Remarks by a visiting professor of literature at Harvard University and prominent Polish dissident at the Harvard rally ''Solidarity with Solidarnosc'' on Dec. 16.
While I am speaking these words, my closest friends in Poland are under arrest. My former students maybe just now are being beaten up by the police. The striking workers are being attacked by military troops using clubs and watercannons. There were unconfirmed reports about some shootings in Warsaw and other cities. All human and civil rights have been violated. Every Polish citizen faces the death penalty if he refuses to obey the orders of General Jaruzelski's military junta. Polish borders are sealed, the news blackout is nearly total. Behind the curtain of silence every possible crime can be committed by Jaruzelski's mercenaries.
All of this is happening to people whose only dream is for some basic freedom and democracy in their own country. All of this is happening to a movement which never resorted to violence and the existence of which was perfectly legal. All of this is happening to a nation which, after 35 years ot totalitarian oppression, seemed to have regained its hope and moral strength. All of this is happening to a working class which for the first time in the history of the communist bloc seemed to have found an effective way of defending its rights.
At the same time Western opinion speculates as to whether or not the present situation in Poland is ''an internal Polish affair.'' As I learned from today's newspaper, several schools of political analysis have managed to emerge: one of them ''holds that General Jaruzelski genuinely believes that his action is the last chance to forestall Soviet intercession''; another ''suggests that Jaruzelski is merely pretending to go along with Soviet advice, but actually means to impose a military government . . . free of . . . extremists of all stripes''; still another wonders if maybe things are a little bit more complex, etc.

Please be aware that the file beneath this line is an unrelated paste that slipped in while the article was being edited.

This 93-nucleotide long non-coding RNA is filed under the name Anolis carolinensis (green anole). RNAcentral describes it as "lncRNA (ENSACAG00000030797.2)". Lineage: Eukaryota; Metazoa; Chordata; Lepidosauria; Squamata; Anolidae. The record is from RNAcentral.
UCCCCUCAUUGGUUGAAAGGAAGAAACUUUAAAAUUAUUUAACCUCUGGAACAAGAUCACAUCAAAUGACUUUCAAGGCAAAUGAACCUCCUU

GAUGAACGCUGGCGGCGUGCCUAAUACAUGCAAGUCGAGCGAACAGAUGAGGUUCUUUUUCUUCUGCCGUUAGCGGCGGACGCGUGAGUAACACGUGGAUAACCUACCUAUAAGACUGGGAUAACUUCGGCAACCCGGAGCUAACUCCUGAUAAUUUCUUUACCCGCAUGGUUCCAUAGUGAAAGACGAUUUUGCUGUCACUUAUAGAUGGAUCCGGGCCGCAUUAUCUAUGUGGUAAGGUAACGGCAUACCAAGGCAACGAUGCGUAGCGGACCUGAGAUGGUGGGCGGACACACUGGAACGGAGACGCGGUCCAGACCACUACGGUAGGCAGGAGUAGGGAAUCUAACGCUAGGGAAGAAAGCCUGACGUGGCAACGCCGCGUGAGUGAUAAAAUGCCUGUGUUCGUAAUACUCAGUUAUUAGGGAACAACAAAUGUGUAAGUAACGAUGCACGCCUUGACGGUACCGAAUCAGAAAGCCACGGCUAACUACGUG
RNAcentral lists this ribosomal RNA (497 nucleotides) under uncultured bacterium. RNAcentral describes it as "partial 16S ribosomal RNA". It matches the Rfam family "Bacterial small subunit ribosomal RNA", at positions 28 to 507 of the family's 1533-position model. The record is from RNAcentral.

All this is very fine and makes me admire the subtlety of the Western political thought. The things I have in mind are not so subtle. I am just thinking about some simple and terrifying things: about people whose lives are in danger and about hopes that right now are being destroyed.
Let me put one thing straight. The question of whether the Soviets are involved is purely academic. Moreover, it is naive. In some cases it is also a symptom of hypocrisy. There is no ''internal Polish affair'' when the lives of innocent people are at stake, when human rights are being violated, when budding democracy is crushed by a military junta. For everyone with a little sense, it is absolutely clear that the Soviets are involved. But this is not the point. Even if they were not involved, even if the dirty work were to be done with Polish hands, there is no justification for leaving Poland to her fate.
After crushing one of the Polish uprisings in the 19th century, a tsarist diplomat reported to Western governments: ''L'ordre reigne a Varsovie.'' Shall we wait till another man in a Polish or Soviet uniform tells us once again that he restored the order in Warsaw?
Let us remember one simple thing: there will be no calm and order in that remote, yet close corner of the world as long as people are killed or persecuted , as long as basic laws are being violated, as long as people are denied their rights to freedom and democracy. Even from a pragmatic point of view Jaruzelski's action cannot be justified. His attempt at ''restoring order'' in Poland by destroying Solidarity is a threat to world peace. It should be not only condemned; it should be also met by an effective protest on the part of the free world.